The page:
Vivek Wadhwa of Singularity University returns to Big Think today as part of today's featured video interview. The topic is disruption: the phenomenon that occurs when radical innovations ignite revolutionary or evolutionary change in an industry. A simple example of this is what services like Lyft and Uber have done to disrupt the taxi industry. On a larger scale, cell phone technology has disrupted communications to the point that the private landline has gone the way of the dodo. Wadhwa explains in the clip below that our current era of exciting tech innovations will cause similar disruptions in pretty much every current industry:




"Every industry I've looked at I've seen a trend of major disruption happening. Manufacturing is the most obvious. With robotics and 3-D printing, as of this year, it is cheaper to manufacture in the United States than it is in China. It is cheaper to manufacture in Europe than it is in China."

Many westerners have lamented the recent outsourcing of manufacturing jobs to places like China. Wadhwa explains that automation is going to once again make manufacturing a local industry, although those human jobs don't return with them. This is because operating costs will soon dip below what it costs to pay humans, meaning there will be no reason for major corporations to maintain international facilities that exploit cheap labor. That's good for the U.S., Europe, and much of Asia, Wadhwa says. It's not so good for China.

The switch to automated manufacturing is just the tip of the iceberg as far as that industry's disruptions go. Over the next few decades we'll see manufacturing get a major facelift:

"Within 15 to 20 years we'll be able to 3-D print electronics. So imagine being able to design your own iPhone and print it at home. That is what becomes technically feasible in the 15 to 20 year timeframe. So you're talking about major disruption happening to manufacturing in the short-term and then even greater disruption happening in the long term."


Wadhwa explains that innovations such as crowdfunding and Bitcoin represent disruptions to the financial industry as well. Banks, he says, will have to reinvent themselves if they want to stay in business. Experiments involving crowdfunded loans are already being made outside the U.S. 

"You're now moving into cardless transactions for purchasing goods. We may not need the banks anymore. We may not need financial institutions the way we do right now."

It's well-understood that the financial industry has plenty of support in the U.S. government and that measures will be put into place to protect their interests. Yet Wadhwa notes that these protections don't all exist internationally. The U.S. would risk falling behind if it concerns itself too much with preventing the financial industry's inevitable evolution.


"We now have Apple putting a stake in the ground saying we're going to be the platform for health. They basically have announced their health platform. What they want is that all of these new sensor devices that are becoming common, which monitors your blood pressure, which monitors your blood oxygenation, which monitors your heart beats, which monitors your temperature, which monitors your activity levels, and soon which will monitor your blood glucose and monitor your internals. They want all of this data being uploaded to the Apple platform. Do you think Google will be left behind? Do you think Microsoft will be left behind? Do you think Samsung will be left behind?"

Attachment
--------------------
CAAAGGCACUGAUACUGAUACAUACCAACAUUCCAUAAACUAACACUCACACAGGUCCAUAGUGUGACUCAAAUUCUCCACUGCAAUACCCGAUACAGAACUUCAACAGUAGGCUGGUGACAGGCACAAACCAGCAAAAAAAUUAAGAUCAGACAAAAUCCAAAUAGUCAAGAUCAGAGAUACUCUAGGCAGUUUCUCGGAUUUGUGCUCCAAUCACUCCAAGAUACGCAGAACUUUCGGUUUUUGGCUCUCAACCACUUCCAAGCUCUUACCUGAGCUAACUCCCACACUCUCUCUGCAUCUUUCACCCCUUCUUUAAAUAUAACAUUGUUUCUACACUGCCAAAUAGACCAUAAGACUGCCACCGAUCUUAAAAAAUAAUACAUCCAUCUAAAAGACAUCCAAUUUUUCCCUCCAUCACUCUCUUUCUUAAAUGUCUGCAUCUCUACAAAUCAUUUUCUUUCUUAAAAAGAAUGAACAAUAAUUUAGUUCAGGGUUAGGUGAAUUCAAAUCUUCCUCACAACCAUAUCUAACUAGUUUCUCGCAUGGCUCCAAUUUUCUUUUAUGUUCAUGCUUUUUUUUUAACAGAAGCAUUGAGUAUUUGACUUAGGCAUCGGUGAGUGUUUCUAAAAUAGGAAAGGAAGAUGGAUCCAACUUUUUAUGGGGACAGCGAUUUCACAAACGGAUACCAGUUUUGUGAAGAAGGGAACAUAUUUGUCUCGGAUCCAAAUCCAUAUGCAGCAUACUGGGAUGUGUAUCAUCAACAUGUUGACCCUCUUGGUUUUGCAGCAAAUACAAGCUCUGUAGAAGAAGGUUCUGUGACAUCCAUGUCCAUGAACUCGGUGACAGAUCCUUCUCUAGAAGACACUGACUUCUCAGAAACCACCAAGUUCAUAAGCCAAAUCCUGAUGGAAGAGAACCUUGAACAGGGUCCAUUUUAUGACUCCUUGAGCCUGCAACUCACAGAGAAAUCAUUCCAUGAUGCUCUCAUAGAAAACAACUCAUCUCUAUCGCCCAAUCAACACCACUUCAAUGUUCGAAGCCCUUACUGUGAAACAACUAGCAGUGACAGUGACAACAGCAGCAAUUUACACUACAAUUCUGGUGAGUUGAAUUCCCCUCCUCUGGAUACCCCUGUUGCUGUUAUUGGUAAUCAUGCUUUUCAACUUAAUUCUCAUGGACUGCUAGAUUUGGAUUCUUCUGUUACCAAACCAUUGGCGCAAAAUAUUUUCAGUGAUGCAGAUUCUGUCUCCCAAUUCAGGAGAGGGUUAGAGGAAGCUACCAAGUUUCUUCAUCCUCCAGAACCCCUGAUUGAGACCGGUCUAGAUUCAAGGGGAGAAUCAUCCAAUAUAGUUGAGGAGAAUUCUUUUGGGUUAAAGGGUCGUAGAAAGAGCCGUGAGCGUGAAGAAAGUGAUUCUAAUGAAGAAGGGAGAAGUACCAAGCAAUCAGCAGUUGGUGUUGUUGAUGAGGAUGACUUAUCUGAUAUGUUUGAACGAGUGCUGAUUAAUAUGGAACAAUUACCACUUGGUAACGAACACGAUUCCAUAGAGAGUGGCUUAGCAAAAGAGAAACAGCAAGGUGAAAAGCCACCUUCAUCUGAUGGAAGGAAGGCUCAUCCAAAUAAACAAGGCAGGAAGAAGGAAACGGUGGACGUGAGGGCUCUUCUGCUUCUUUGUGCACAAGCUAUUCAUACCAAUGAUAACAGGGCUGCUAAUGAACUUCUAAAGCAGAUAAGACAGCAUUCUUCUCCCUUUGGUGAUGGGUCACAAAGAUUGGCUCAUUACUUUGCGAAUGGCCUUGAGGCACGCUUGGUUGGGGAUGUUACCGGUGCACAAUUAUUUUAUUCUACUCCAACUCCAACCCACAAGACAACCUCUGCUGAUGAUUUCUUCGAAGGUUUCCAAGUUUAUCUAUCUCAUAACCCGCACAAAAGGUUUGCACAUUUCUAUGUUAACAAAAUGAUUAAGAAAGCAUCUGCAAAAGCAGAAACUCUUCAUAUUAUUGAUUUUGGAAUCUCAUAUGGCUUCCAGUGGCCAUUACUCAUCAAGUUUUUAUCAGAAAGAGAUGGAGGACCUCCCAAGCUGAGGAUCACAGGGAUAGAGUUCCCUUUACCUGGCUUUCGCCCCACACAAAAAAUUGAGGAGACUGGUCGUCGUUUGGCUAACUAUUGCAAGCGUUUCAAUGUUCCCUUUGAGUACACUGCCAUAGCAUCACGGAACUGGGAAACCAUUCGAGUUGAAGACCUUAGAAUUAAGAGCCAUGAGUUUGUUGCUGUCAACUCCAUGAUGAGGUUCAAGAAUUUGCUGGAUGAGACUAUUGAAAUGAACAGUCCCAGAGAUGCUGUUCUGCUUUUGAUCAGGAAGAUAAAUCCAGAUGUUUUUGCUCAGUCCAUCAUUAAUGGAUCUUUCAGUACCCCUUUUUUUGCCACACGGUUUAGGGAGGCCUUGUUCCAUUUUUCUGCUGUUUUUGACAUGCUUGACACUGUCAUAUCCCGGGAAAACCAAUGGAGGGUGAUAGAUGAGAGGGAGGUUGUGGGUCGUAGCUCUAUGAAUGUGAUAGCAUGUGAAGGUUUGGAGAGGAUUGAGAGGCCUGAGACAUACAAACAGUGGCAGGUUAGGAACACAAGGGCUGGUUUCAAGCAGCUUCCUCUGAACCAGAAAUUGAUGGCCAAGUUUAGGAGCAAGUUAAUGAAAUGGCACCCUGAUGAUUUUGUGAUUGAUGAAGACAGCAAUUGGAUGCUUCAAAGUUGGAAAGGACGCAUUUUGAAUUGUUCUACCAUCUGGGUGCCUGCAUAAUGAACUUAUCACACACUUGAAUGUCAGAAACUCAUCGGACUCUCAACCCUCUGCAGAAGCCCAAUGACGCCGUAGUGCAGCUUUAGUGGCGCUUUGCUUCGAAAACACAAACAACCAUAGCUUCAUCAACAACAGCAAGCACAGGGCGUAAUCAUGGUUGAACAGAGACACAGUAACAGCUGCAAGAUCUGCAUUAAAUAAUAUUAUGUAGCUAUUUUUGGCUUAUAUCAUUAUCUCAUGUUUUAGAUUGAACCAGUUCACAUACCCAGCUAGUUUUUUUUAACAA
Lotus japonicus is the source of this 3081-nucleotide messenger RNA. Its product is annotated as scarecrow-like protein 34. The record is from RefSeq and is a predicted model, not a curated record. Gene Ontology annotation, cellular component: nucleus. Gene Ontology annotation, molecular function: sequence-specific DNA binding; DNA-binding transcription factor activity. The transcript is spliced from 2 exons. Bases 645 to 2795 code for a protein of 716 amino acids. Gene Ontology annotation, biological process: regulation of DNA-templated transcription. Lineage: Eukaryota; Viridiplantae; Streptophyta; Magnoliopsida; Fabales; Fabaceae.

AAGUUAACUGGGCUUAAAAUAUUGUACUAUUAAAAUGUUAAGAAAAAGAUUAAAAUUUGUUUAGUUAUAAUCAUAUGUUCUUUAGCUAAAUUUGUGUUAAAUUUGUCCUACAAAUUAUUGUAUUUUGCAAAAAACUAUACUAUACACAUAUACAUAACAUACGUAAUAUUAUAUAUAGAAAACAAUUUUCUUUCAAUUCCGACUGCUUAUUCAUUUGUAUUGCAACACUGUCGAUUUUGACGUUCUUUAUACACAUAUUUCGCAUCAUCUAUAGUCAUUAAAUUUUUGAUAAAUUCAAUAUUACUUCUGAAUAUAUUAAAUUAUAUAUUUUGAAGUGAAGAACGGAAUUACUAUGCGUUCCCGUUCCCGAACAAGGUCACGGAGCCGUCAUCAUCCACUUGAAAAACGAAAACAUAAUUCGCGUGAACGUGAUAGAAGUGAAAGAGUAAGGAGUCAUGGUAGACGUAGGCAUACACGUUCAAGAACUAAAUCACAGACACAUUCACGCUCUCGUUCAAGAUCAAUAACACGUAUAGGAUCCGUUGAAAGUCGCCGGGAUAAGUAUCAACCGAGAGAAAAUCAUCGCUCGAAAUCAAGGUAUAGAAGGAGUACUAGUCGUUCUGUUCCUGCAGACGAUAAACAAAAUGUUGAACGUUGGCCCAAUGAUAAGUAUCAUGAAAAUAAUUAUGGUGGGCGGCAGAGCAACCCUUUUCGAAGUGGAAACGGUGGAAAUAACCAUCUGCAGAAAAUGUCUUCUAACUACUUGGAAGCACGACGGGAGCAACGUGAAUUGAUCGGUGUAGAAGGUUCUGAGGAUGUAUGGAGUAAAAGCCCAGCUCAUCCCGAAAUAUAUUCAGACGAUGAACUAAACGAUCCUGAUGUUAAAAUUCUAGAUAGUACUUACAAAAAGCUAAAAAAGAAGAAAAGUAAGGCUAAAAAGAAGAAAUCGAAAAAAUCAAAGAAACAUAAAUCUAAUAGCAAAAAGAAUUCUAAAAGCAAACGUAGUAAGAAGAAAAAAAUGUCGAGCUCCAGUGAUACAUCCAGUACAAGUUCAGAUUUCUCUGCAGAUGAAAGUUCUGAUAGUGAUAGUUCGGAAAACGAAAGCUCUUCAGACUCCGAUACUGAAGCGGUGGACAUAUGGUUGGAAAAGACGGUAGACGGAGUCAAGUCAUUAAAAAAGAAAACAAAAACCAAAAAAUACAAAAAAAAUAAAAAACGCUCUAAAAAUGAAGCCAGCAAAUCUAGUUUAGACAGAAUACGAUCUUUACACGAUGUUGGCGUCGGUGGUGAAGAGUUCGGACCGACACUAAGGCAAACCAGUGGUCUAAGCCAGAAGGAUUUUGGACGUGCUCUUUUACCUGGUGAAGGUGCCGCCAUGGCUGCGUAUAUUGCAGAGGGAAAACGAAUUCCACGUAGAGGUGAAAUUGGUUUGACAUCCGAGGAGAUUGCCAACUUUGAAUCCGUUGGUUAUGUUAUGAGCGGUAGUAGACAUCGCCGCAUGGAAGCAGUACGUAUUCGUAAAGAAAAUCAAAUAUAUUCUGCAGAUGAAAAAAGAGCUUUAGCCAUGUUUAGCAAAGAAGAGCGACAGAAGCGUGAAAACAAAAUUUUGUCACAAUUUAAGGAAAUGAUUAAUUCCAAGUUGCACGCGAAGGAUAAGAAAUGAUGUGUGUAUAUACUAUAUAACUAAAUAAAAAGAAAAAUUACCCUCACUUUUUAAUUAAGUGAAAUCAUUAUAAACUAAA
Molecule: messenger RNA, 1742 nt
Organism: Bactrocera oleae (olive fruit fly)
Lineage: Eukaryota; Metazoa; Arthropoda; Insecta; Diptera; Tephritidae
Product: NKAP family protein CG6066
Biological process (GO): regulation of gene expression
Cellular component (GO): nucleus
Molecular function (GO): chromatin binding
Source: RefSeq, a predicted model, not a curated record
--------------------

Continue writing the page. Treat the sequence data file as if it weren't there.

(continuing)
Not only are doctors at risk of being replaced by robots, tech innovations could significantly lower the costs of delivering healthcare. Wadhwa notes that the cost of human genome sequencing has plummeted over the past 15 years. That trend should continue to the point where it'll cost practically nothing. Factor in the robot surgeons that could replace the imperfect hands of men and women, and you're looking at a major shift in how this industry looks 20 years down the line.

"Combine that with the medical sensor data, combine that with the data that we have in the cloud and you've got a healthcare revolution."


Despite the dangers associated with it, fracking has allowed the U.S. to close in on its goal of relative energy independence. Rather than relying on foreign oil, the U.S. could soon become an net energy exporter. Wadhwa also cites solar as an energy source that has become much less expensive in recent years and could eventually lead to grid parity:

"Grid parity means it's cheaper to produce energy at home on your solar cells then buy it from the grid. Move forward another ten years. It costs you 100th as much to produce your own energy then to buy it from the grid, which means that we have these grid companies now in serious trouble. This is why you have the utilities fighting solar."

Along with the benefit of never having to pay another energy bill, this type of renewable energy independence could lead to further innovations such as vertical farms and unlimited clean water.


We've already talked about how mobile phones have done away with the private landline. Wadhwa believes that data will eventually disrupt the mobile industry.

"When I travel abroad right now I don't make long-distance calls anymore because I just call over Skype. Imagine when we have Wi-Fi everywhere?"

Wadhwa concludes his list of future disruptions with the observation that the only thing standing in the way of these revolutions are the industry leaders afraid to endure periods of quick and relentless change. Disruption and its aftereffects can be delayed (i.e. the electric car) but over time cannot be denied. The different way our world looks 15-20 years from now will be testament to that. 

"New trillion dollar industries wiping out existing trillion dollar industries, this is the future we’re headed into, for better or for worse."